I believe that the conversation matters. If in the attempt to realize the reign of God on earth, we cannot engage one another in respectful and grace-filled dialogue, we might as well not even try.
Thursday, September 22, 2005
The Royals and the Chiefs: Contrasting Attitudes
Now, the Kansas City Royals have been clinging to 99 losses for three games in a row. Each game has given them the opportunity to lose their one-hundredth of the season, but each of the last three games they have managed to avoid triple digits in the loss column. They have another opportunity tonight against Cleveland, so we'll see what happens. I am not overly optimistic. Now, the Kansas City Chiefs have begun the season with two straight wins. The first game was against a playoff team and the second was on the road agaist a divisional rival, and they looked good in both games - not great, but pretty darn good. Monday night they go to Denver to play the Broncos, another divional road game that they can win. I am stoked!
What is the difference? Well aside from being two different sports and noting that the Royals players are awful whereas the Chiefs have actual talent, there is a different mindset, a different attitude. The Royals are waiting to lose, the Chiefs know they can win. These contrasting attitudes affect how they play their respective games.
I was just at a district committee meeting to consider the health of a recently started church in the area, and that new congregation's proposal to buy a building and some property. In the discussion around the table, I heard some contrasting attitudes about the church. Some were cautious, uncertain if this little start-up congregation should take on such a big risk as this property, which features a large building and 19 acres of land. But some were advocating that the congregation go for it and sell its current assets in order to buy this new property and follow where God's vision was leading them.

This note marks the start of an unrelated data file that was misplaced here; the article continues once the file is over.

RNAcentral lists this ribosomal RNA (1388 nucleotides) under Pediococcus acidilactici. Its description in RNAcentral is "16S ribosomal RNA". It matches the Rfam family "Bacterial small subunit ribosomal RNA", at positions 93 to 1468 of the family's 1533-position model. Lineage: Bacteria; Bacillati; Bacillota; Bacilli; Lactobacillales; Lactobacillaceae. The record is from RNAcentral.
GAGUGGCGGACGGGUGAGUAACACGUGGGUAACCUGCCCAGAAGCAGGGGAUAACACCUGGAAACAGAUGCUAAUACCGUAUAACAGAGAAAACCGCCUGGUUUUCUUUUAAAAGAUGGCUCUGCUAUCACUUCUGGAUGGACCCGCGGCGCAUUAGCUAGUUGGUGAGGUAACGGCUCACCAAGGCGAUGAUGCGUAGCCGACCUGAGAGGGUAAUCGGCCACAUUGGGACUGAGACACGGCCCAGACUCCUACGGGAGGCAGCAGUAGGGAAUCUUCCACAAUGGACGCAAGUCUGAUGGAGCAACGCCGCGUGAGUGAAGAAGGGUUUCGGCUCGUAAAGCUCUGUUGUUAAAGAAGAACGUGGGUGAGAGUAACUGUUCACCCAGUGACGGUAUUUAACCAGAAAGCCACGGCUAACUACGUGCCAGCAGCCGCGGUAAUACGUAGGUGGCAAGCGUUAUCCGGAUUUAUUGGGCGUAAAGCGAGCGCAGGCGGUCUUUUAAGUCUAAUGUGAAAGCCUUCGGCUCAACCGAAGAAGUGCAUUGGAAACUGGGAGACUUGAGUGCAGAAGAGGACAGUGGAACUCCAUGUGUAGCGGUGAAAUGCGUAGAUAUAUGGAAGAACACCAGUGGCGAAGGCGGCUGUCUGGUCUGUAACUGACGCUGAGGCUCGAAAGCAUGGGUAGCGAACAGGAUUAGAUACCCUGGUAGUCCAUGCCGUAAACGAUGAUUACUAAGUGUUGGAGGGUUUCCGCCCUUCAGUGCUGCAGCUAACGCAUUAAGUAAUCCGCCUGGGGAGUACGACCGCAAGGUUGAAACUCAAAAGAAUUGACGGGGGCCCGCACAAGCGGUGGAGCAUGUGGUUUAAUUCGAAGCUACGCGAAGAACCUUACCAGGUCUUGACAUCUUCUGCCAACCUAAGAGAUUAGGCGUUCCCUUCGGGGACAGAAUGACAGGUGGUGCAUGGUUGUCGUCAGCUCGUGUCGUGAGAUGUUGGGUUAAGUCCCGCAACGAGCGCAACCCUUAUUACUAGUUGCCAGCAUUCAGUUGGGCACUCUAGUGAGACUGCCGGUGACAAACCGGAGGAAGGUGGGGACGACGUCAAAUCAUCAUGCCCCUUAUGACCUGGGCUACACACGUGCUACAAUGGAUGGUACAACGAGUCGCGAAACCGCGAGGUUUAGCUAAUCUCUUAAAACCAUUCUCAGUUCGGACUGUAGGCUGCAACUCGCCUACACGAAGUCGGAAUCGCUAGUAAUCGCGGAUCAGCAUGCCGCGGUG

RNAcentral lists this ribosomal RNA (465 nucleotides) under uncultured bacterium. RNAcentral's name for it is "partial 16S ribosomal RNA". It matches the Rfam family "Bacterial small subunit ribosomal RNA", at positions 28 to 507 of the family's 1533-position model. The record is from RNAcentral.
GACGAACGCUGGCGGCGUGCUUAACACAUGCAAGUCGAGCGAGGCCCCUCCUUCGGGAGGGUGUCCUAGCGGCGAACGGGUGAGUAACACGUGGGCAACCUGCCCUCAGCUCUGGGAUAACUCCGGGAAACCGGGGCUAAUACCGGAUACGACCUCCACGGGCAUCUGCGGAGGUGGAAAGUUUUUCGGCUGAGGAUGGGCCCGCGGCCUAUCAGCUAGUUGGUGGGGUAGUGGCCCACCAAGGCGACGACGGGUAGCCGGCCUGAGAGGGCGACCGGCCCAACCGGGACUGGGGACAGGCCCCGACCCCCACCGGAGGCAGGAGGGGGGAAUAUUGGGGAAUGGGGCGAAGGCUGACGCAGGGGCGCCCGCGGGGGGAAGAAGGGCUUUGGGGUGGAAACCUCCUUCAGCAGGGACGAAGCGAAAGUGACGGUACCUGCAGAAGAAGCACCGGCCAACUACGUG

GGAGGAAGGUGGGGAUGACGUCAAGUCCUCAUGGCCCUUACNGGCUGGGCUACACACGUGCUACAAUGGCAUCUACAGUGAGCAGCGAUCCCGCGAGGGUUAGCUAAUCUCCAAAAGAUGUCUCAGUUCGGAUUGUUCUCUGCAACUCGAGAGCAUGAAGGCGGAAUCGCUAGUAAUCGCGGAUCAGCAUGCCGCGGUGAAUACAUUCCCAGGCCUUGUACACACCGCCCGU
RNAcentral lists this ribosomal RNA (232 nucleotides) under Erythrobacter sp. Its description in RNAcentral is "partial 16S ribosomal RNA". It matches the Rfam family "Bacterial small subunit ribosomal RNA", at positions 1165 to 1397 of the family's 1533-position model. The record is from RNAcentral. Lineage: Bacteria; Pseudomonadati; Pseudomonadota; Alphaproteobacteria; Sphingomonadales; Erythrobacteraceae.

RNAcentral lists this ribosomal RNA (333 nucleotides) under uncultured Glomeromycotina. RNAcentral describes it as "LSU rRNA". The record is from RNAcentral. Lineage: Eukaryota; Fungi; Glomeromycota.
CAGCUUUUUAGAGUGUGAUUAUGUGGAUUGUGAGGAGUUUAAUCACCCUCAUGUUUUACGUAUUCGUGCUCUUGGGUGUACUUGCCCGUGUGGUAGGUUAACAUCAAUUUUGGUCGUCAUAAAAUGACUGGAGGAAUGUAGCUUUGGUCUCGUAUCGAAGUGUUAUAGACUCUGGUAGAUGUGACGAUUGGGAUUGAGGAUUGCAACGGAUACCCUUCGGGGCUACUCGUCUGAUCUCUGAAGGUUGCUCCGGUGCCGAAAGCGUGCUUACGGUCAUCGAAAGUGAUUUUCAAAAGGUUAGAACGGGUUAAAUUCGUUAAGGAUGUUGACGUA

In short, some people were playing the game just waiting to lose, while some were playing believing we can win. It is a metaphor, so there is a limit to its effectiveness, but I think it is instructive for how we approach life together as the church. Without delving into the whole"winners and losers" identification, I think we can learn a lot about expectations, attitudes, and self-fulfilling prophecies.
A healthy church is going into each "game" expecting to "win." Drawing on the talent within the congregation, there is excitement and energy flowing, there are new and creative ideas being generated, there is warmth and openness, and people feel good about the team. An unhealthy church is going into each "game" trying to avoid a "loss." Struggling to maintain the status quo, there is rigidity and stubborness, there is that old lethargic "we have always done it this way" mentality, and people wonder why they bother to keep coming week after week except by some sense of duty or obligation.
I am humbled and happy to be a part of a church that expects to win every game we play. This congregation is remarkable, and I am fully aware of how lucky I am to be here. We are definitely a "Kansas City Chiefs" kind of church; we expect to win every game!